The A.O.C. Cookbook by Suzanne Goin is filled with examples of her exceptional talent. The main course dishes are just that: complete and often with a touch of complexity. Like this duck delight with sweet potato puree. We added, as you see in the picture, some broccoli to make sumptuous, if overloaded, plate.

In the recipe below from the cookbook, Suzanne suggests you finish the duck with a sweet-sour sauce made from citrus, honey, spices and chile. In our case, in the picture above, you’ll see a different sauce: a standard red wine sauce that we used for color and contrast. Either way, the duck will be delectably delicious.

For some reason, Suzen has found that folks can reluctant to eat ducks and rabbit. She works with people to overcome their reserve. It’s not Donald Duck or the Easter Bunny, she tells them. It’s just protein. Even folks with no “cartoon” reservations often worry about duck.

Yes, duck is a bit fatty, but that fat is essential to the rich flavor and wonderful tenderness that duck offers. Suzanne has the following note to this recipe for dealing with the inevitable dripping fat and resultant fires. You don’t need a fire extinguisher, but you do need to stand right over that grill with tongs at the ready:

The trick to grilling duck breasts is to cook them two-thirds of the way on the skin-side to render the fat and yield crispy skin. The rendering fat will inevitably drip into the fire, causing flare-ups, so make sure to move the duck breasts around the grill as needed.

Grilled Duck Breast with Preserved Citrus Peel and Sweet Potato Puree

Yield: serves 6


  • 3 pounds Jewel or Garnet sweet potatoes
  • 6 single, boneless Peking duck breasts, 6 to 8 ounces each
  • 1 ounce tamarind (available at Mexican and Asian markets)
  • 1 lemon
  • 1 lime
  • 1 orange
  • ½ grapefruit
  • ½ cinnamon stick, or ½ teaspoon ground cinnamon
  • ½ teaspoon curry powder
  • 1 chile de arbol, crumbled
  • ¼ teaspoon ground cardamom
  • 1-by-l-inch piece fresh ginger, peeled and thinly sliced
  • 3 tablespoons honey
  • 6 tablespoons unsalted butter, cut into small cubes
  • 2 tablespoons whole milk, plus more as needed
  • 2 ounces dandelion greens, cleaned and dried
  • Kosher salt and freshly ground black pepper


Preheat the oven to 400°F.

Prick the sweet potatoes all over with a fork, place them on a baking sheet, and bake for about 60 to 90 minutes (depending on their size), until tender when poked with a paring knife.

Light the grill 30 to 40 minutes before cooking, and remove the duck from the refrigerator. Cut away any extra fat, score the skin of the duck breasts with a sharp knife, and season both sides with salt and pepper.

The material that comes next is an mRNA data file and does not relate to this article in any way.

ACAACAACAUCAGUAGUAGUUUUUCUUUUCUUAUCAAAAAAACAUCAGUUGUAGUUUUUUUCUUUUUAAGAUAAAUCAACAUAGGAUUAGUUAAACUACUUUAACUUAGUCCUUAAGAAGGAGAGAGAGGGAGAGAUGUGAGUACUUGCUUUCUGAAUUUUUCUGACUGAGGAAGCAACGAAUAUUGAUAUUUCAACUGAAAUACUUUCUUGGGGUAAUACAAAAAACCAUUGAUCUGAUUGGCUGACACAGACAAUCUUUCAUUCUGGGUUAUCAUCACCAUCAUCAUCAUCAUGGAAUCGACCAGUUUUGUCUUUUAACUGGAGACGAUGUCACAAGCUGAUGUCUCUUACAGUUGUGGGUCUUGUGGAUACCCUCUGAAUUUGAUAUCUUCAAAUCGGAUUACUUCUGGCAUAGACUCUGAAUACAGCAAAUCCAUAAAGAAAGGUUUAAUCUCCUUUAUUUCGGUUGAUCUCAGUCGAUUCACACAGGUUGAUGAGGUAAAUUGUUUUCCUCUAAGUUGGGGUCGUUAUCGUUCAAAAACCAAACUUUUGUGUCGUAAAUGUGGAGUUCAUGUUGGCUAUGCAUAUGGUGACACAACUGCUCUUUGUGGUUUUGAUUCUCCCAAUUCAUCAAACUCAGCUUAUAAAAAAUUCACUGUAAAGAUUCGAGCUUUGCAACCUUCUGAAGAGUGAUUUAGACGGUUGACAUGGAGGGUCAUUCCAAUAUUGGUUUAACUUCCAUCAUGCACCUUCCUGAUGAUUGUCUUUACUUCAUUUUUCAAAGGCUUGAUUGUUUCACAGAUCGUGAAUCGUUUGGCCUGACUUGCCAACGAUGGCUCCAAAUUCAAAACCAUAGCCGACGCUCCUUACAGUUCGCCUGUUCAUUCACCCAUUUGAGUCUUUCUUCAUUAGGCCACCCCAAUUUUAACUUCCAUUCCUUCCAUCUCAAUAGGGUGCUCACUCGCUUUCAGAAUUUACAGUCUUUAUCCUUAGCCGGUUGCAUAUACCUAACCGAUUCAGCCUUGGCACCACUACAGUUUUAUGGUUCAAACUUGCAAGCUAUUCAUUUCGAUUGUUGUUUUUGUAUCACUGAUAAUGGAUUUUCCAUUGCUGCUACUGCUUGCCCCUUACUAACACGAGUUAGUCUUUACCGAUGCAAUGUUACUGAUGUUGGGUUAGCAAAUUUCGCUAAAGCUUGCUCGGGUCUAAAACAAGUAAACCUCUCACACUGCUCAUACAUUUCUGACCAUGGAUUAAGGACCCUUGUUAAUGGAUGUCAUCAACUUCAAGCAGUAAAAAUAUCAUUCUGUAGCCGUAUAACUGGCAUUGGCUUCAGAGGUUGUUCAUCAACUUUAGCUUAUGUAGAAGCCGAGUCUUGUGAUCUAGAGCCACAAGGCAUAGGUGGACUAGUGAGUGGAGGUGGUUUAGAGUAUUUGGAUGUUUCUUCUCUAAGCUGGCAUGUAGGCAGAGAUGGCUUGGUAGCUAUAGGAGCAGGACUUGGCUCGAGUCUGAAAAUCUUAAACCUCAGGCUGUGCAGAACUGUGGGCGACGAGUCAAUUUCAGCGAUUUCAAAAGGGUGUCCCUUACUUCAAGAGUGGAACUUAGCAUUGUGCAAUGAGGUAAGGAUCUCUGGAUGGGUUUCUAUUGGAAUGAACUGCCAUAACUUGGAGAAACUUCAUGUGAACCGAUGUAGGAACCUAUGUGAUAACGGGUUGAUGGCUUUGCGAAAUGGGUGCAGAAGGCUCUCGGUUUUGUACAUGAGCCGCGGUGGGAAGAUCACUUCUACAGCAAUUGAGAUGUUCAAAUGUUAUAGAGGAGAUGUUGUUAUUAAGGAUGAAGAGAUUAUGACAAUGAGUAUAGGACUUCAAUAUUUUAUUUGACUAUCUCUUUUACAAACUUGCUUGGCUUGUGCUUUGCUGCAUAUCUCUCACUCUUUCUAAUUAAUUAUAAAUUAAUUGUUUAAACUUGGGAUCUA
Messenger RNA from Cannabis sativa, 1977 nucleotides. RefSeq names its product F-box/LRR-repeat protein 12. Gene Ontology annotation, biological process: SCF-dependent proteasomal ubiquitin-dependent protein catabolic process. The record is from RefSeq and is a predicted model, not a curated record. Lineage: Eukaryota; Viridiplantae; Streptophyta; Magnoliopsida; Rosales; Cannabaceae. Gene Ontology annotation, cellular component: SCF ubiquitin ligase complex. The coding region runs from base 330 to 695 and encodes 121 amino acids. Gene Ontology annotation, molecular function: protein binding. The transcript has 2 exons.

Using your hands, break the tamarind apart into small pieces, and place it in a small bowl. Pour ½ cup boiling water over the tamarind, and let it sit for 3 minutes. Stir the tamarind vigorously with a small whisk or spoon, to loosen all the pulp and emulsify it with the water.

Using a peeler, make strips of zest about 1 inch wide from all the citrus. (Use a light hand when zesting to avoid the bitter white pith.) Place the zest strips in a small pot, cover with cold water, and bring to a boil. Boil for 1 minute, drain, rinse with cool water, and repeat the process two more times.

Juice all the citrus (you should have about 1 cup), and place juice with the blanched zest in a nonreactive pot that is small enough so that all the zest is submerged. Add the cinnamon stick or ground cinnamon, curry, chile, cardamom, ginger, honey, and ½ teaspoon salt. Strain 2 tablespoons “tamarind water” from the bowl of soaking tamarind, and add it to the pot.

Bring the mixture to a boil, turn down the heat to medium-low, and simmer for 12 to 15 minutes, until the sauce thickens and looks glossy. Set aside.

When the sweet potatoes have cooled just enough to handle, cut them in half. Use the knife and your fingers to peel off the skins and cut away any burnt pieces. Scoop the hot sweet-potato flesh into the bowl of a food processor fitted with a metal blade. Add the butter, 1 teaspoon salt, and a few grinds of pepper. Puree to a smooth consistency. With the blade spinning, pour in 2 tablespoons milk (plus a little more if the potatoes are too starchy to move fluidly around the bowl). Taste for balance and seasoning.

Place the duck breasts skin-side down on the cooler side of the grill. As they cook, rotate the breasts in a quarter-turn pattern every 2 minutes or so, to allow the fat to render and the skin to crisp. (This will take 6 to 8 minutes total.) Turn the breasts over, and cook a few more minutes, until the duck is medium-rare and still springy to the touch. Remove from the heat, and rest for 5 minutes on a wire rack set over a baking sheet.

Spoon the hot sweet-potato puree onto the center of six dinner plates, and place two dandelion greens, overlapping at their stems, on each one. Slice each duck breast on the diagonal, and arrange the slices on top of the puree. Spoon some of the warm preserved citrus peel and some of the juices over the duck and around the plate.

Source: The A.O.C. Cookbook by Suzanne Goin

Photo Information: Canon T2i, EFS 60mm Macro Lens, F/4.5 for1/50th second at ISO 1000